The first stage in the Chain of Manifestation is for the Supreme One Reality to become Many while still retaining the sense of Cosmic and Absolute Unity; a Multiplicity in Unity, so to speak. Here we have the beginning of finite manistestation, of existence in a sense individualised or differentiated from (yet still identified with) the Supreme One Itself
Thus there come about the revealed or Manifest Godhead (as opposed to the Unmanifest Godhead of the Absolute); the Pleroma of the Gnostics; the Shuddha or "Pure" tattvas (evolutes) of Kashmir Shaivism; the Universal Man or Logos, and also (from a different orientation) the Universe of Lahut or Divinity, in Sufi teachings; Atzilut in the Kabbalistic tradition; or the Overmind in the teachings of Poet-Yogi Sri Aurobindo
H.P. Blavatsky refers to this as the Atmic region or Atala.
"It emanates directly from ABSOLUTENESS and is the first something in the Universe. Its correspondence is the Hierarchy of non-substantial [i.e. pure Spirit] primordial Beings....This Hierarchy contains the primordial plane, all that was, is, and will be, from the beginning to the end of the Mahamanvantara [Cosmic Cycle, Kalpa]; all is there....Here are the Hierarchies of the Dhyani Buddhas. There state is that of Parasamadhi, of the Dharmakaya; a state where no progress is possible. The entities there may be said to be crystallised in purity..."
"No progress is possible" because these are, in Sri Aurobindo's phrase, "typal beings" [Letters on Yoga, Vol I, p.***]; they represent transcendent Spiritual Archetypes. Yet even here there can still be transformation, for nothing in the Cosmos is absolutely static
The distinction between the Divine Many or Archetypal Hierarchies and the Supreme One or Absolute Godhead is described by many different esoteric writers. Plotinus distinguishes between the One and the Nous, the former totally unitary, the latter containing the multi-plicity of Platonic Archetypes or Idea-forms in a state of eternity and bliss. The Gnostics speak of Aeons or Divine Powers that emanate from the ineffable transcendent Spirit or "Fore-Father", to make up the Pleroma, the "fullness" or "completeness" of the transcendent Spiritual Universe. The 5th/6th Century Christian Neoplatonist Dionysius the Aeropagate distinguishes between the Revealed and the Unknown Godhead: the three Persons of the triune God and the ineffable "supra-essential" Unity from which they emerge. A similiar idea is to be had in the various sects of Tantric and Tibetan Buddhism, with its iconography of the five Tathagata Buddhas that emerge from the original Dharmakaya or "Truth Body" of the Buddha, or the original Vairocona or Adibuddha. The Kabbalists likewise distinguish between the quality-less En Sof and the the ten Sefirot or Divine Attributes which emerge successively from it and constitute the World of Atzilut; the Revealed Godhead as opposed to the Ineffable Godhead. And Sri Aurobindo speaks of the difference between the infinite, unitary Truth-consciousness or Supermind (the Creative Absolute), which is total unity, and the Overmind which "takes all Truth that comes down to it from the Supermind, but sets up each Truth as a seperate force and idea" [The Hour of God, p.84]. This Overmind includes the "Great Gods" which oversee the Cosmos; hence the many Godheads emerge from the one Supreme Godhead. Such examples could obviously be multiplied indefinitely.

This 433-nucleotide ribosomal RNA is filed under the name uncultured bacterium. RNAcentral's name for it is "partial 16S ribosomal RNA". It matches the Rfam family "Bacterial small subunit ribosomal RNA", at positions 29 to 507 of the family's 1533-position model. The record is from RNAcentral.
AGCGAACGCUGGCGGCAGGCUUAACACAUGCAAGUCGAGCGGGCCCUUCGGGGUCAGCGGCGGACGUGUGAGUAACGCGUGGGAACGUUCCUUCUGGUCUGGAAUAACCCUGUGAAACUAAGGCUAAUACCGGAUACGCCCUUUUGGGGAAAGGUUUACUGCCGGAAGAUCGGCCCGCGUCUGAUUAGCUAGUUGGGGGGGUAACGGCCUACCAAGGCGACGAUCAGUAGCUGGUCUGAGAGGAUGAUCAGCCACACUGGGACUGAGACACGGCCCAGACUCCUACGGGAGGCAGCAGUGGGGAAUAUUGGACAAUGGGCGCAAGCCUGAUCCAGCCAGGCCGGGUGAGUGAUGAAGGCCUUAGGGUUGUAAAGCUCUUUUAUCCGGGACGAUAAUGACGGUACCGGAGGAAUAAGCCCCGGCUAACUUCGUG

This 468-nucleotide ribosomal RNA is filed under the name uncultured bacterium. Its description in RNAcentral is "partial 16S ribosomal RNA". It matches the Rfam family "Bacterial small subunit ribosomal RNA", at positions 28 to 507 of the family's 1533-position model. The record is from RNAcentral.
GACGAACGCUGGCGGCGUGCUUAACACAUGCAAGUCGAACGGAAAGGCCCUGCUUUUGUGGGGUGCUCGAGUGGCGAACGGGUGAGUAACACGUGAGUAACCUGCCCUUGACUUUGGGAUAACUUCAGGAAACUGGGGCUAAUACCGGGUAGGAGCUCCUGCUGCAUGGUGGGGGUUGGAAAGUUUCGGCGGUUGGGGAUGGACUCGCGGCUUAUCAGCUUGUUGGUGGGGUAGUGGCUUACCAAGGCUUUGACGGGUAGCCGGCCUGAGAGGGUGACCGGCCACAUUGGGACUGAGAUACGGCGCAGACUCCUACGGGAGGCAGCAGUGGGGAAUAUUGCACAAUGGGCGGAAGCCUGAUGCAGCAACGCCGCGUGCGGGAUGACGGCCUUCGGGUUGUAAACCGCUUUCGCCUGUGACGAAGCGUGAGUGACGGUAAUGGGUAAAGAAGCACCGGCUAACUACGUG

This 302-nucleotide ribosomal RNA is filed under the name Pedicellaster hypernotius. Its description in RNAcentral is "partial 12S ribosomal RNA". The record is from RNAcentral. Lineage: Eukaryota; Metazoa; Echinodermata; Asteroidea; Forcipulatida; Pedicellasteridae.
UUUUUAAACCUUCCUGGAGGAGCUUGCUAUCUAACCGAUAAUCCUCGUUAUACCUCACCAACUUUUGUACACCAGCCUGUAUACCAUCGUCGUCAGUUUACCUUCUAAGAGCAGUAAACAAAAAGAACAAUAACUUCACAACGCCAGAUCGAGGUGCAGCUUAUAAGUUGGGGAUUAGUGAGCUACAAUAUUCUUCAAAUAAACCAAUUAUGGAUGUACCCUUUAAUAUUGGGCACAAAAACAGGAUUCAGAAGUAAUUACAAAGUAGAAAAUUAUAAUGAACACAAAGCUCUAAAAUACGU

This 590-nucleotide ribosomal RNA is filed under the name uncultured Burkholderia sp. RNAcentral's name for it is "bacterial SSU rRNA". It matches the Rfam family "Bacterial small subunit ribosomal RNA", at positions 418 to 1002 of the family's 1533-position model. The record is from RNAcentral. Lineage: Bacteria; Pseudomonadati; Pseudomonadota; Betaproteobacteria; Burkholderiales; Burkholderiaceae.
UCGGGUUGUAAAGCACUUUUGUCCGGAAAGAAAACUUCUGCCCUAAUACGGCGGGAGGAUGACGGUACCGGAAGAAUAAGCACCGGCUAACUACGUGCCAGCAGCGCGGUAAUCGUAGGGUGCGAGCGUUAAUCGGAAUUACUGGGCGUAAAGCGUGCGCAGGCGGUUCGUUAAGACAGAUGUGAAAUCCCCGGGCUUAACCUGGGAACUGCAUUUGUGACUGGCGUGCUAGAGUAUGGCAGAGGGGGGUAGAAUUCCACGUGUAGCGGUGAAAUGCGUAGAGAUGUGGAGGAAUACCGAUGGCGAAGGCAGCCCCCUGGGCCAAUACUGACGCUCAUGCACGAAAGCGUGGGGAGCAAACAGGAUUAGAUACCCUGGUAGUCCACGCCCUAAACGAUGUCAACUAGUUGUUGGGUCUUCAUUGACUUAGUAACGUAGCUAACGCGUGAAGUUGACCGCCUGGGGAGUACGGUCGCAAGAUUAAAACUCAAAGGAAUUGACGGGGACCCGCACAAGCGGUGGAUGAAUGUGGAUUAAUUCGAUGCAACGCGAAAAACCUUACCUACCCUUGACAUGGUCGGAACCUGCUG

The ten sefirot of Kabbalah, the Tibetan Buddhist Five Tathagata Buddhas, and Sri Aurobindo's four great Personalities or Powers of the Divine Mother [Sri Aurobindo, The Mother, pp.26ff (Sri Aurobindo Ashram, Pondicherry)] all constitute sthe emergence of the original archetypes from the Creative Absolute. In Kabbalah
"in terms of their origin in the En Sof the Sefirot are not differentiated, but in...their activity in the finite realm of creation they are."
Similarily, one could say that the Tibetan Tathagata Buddhas in their mandalic form represent the "Overmental" or Atzilut plane of existence; while in the Supramental or Absolute plane they would exist as a single totality, represented perhaps by Vajrasattva, "the imamnent, all-pervading reality of adamantine voidness", "the universal state of the all-comprising essentiality" [Anagarika Govinda, Foundations of Tibetan Mysticism, pp.188, 198 (Rider & Co, London)], who embodies the entire meaning of Vajrayana Buddhism and is therefore invoked at the beginning of many Tibetan initiations [Lauf, Secret Doctrines of the Tibetan Books of the Dead, pp.103- 4]. Thus there is a consensus in the different esoteric teachings. The terminology and details may change, but the basic principles always remain the same.
Sri Aurobindo explains that whereas in the Overmind and triple world of Mind, Life, and Matter these Divine powers appear as independent beings,
"they return in the Supermind into the One and stand there united in a single harmonious action as multiple personalities of the One Person, the Divine Purushottama."
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